On "/back/wards" compatibility's implications...
[something I'm using for a super-duper demonstration, I'll discuss later]
Imagine this scenario: back in the dot-matrix era, printing graphics was a big task, even at 120x120dpi, an 8in x 10in page would've required rendering a 1.2 Mega Pixel image. Computers of the era didn't have memory for that!
Printers of the era had fonts stored in the printer's ROM, and used a technique similar to Sprites [in videogames]--and similar to MDA/CGA video-cards' text-mode--to render and print each, say, 12dot x 12dot text character.
So, imagine printing a document with an image, captioned, and text surrounding it.
Printers of the era would first print all that text [fast, low memory requirements], then go /back/ [note that word] and print the memory/bandwidth-intensive graphic.
Why my harping on /back/?
Because it means that the paper can be fed *both* ways, and, with that, printing can basically occur in any order on the page one might desire.
Now that boring "raster" line-by-line printing can get a whole lot more interesting to watch.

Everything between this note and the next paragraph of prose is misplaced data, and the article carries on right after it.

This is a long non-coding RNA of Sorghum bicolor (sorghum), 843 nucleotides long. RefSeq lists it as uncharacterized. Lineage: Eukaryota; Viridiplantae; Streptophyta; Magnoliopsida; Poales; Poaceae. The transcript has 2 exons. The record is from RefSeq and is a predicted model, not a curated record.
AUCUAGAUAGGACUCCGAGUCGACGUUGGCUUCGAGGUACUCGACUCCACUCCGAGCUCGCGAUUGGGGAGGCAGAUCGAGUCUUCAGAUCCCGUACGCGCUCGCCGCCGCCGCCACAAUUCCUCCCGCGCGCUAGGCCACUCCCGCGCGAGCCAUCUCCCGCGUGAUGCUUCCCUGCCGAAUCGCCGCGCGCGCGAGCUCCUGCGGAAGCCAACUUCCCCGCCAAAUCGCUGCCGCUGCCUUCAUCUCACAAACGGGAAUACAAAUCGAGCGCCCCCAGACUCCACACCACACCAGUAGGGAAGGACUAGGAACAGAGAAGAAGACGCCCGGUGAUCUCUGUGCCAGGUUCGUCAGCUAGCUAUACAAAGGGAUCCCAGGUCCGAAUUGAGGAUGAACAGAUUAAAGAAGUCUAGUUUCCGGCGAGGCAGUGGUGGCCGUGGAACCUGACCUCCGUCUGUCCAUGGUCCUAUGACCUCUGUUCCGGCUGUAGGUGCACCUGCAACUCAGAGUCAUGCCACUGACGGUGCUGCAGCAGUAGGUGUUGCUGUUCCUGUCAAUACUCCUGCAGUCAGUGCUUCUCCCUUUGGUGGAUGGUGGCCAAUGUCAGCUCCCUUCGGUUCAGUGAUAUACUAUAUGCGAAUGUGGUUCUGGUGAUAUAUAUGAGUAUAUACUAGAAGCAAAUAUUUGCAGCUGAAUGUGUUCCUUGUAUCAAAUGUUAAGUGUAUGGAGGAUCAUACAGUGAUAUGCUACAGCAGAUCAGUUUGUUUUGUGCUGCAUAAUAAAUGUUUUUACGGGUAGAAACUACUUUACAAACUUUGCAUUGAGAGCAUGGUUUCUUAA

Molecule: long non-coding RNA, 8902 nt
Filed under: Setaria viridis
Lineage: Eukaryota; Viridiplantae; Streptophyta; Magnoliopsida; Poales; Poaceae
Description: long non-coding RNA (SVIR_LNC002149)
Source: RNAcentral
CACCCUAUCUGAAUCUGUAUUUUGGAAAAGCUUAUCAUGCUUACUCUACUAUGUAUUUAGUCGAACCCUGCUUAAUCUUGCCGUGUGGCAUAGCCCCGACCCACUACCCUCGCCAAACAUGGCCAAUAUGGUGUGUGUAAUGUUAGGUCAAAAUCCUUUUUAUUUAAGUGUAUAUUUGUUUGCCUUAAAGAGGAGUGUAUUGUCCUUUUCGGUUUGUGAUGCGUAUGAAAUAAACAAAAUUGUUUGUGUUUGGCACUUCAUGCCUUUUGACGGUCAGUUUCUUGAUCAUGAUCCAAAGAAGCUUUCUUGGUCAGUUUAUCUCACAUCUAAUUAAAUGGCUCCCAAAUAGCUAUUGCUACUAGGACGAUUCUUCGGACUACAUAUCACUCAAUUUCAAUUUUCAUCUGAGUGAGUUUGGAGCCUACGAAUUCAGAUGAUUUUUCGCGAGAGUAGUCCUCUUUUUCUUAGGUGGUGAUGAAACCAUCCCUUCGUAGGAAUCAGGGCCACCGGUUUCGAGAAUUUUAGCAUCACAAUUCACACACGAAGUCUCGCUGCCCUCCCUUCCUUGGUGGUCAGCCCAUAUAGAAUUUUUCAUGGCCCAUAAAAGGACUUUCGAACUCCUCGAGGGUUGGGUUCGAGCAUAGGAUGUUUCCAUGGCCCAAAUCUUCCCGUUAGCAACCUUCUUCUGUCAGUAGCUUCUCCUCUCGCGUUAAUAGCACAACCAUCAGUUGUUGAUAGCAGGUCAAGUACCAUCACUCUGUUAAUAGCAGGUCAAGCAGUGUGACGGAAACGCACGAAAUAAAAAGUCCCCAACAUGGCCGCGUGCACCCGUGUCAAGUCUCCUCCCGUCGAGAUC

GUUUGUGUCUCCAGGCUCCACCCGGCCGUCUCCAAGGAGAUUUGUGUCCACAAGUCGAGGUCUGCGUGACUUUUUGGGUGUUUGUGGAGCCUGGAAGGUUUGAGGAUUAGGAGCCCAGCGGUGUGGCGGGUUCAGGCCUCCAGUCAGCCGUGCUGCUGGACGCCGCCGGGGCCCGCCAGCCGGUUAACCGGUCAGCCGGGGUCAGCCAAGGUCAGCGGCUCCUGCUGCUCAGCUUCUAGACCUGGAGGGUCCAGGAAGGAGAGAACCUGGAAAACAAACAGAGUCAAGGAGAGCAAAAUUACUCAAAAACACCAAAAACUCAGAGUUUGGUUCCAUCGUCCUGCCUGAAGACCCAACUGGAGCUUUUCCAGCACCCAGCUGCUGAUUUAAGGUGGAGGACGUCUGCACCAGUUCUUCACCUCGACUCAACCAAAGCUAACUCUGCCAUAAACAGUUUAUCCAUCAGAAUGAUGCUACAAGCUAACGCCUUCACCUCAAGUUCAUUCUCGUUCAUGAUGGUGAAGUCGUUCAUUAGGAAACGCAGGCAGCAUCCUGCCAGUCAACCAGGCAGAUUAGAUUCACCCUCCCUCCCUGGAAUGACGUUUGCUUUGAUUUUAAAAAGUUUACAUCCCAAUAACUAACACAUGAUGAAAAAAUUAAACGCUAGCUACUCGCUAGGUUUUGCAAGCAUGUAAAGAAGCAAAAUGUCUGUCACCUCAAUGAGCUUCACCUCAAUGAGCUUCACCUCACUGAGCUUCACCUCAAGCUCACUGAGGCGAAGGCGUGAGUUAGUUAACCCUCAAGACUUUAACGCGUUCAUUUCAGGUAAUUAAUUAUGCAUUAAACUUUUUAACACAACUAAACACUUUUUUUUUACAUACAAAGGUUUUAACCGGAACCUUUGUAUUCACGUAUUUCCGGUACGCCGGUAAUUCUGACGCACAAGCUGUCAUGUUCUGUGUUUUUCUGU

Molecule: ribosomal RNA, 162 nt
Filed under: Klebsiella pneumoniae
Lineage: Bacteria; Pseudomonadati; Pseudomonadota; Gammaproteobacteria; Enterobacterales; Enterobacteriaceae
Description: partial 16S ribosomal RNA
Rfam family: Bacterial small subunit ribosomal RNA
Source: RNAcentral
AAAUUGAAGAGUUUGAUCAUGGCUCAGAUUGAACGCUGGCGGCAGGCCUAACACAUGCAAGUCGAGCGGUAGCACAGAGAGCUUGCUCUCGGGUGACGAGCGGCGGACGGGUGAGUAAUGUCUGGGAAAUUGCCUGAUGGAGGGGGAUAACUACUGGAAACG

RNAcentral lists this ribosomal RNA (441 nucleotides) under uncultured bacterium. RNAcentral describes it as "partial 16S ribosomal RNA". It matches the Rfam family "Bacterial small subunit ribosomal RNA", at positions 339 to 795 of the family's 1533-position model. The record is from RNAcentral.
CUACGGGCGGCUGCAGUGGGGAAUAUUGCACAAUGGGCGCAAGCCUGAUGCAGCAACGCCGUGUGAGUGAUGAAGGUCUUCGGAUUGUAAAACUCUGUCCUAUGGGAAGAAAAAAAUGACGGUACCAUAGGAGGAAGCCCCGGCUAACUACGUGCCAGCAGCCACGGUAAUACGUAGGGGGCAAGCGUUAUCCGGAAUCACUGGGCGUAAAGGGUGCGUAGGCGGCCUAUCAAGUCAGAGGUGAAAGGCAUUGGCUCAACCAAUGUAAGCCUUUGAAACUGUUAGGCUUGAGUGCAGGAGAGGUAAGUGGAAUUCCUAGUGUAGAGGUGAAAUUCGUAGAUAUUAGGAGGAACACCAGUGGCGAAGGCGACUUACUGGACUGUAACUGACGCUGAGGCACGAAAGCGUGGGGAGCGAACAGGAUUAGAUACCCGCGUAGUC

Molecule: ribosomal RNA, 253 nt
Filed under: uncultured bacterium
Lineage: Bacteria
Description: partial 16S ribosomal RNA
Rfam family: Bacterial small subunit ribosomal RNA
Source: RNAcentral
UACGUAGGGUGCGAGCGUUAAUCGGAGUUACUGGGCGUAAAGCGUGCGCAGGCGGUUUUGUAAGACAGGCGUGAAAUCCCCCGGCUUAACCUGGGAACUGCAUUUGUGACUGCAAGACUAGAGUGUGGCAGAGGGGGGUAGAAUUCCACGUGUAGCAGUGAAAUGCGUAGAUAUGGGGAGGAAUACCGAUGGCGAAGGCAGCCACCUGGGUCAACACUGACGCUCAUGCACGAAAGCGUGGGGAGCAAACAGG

Again, a ton of thoughts [and a few implementations] on what to do with this...
Another issue [opportunity] arose when my 20+y/o ink cartridge lost control of its top 8 nozzles [and several others interspersed]. No, I don't think they're clogged; this printer handles its 64 nozzles, physically-arranged in a line, electrically as 8 rows and 8 columns. It seems "Column 1" has burnt out [as well as "Segment 5" and 8, as I recall. Though a missing pixel surrounded by 6 that work, at 360dpi, is hardly noticeable]. But, losing 8/360ths of an inch, well that's noticeable. In text-mode, with the default font, that's the top bar in a 'T', which is difficult to read. In graphics mode, though, especially, say, when printing a datasheet, it makes pinouts quite difficult to read.
I've, thus, modified the ghostscript driver to account for the missing pixels, and now I can print datasheets and even grayscale full-page photographs!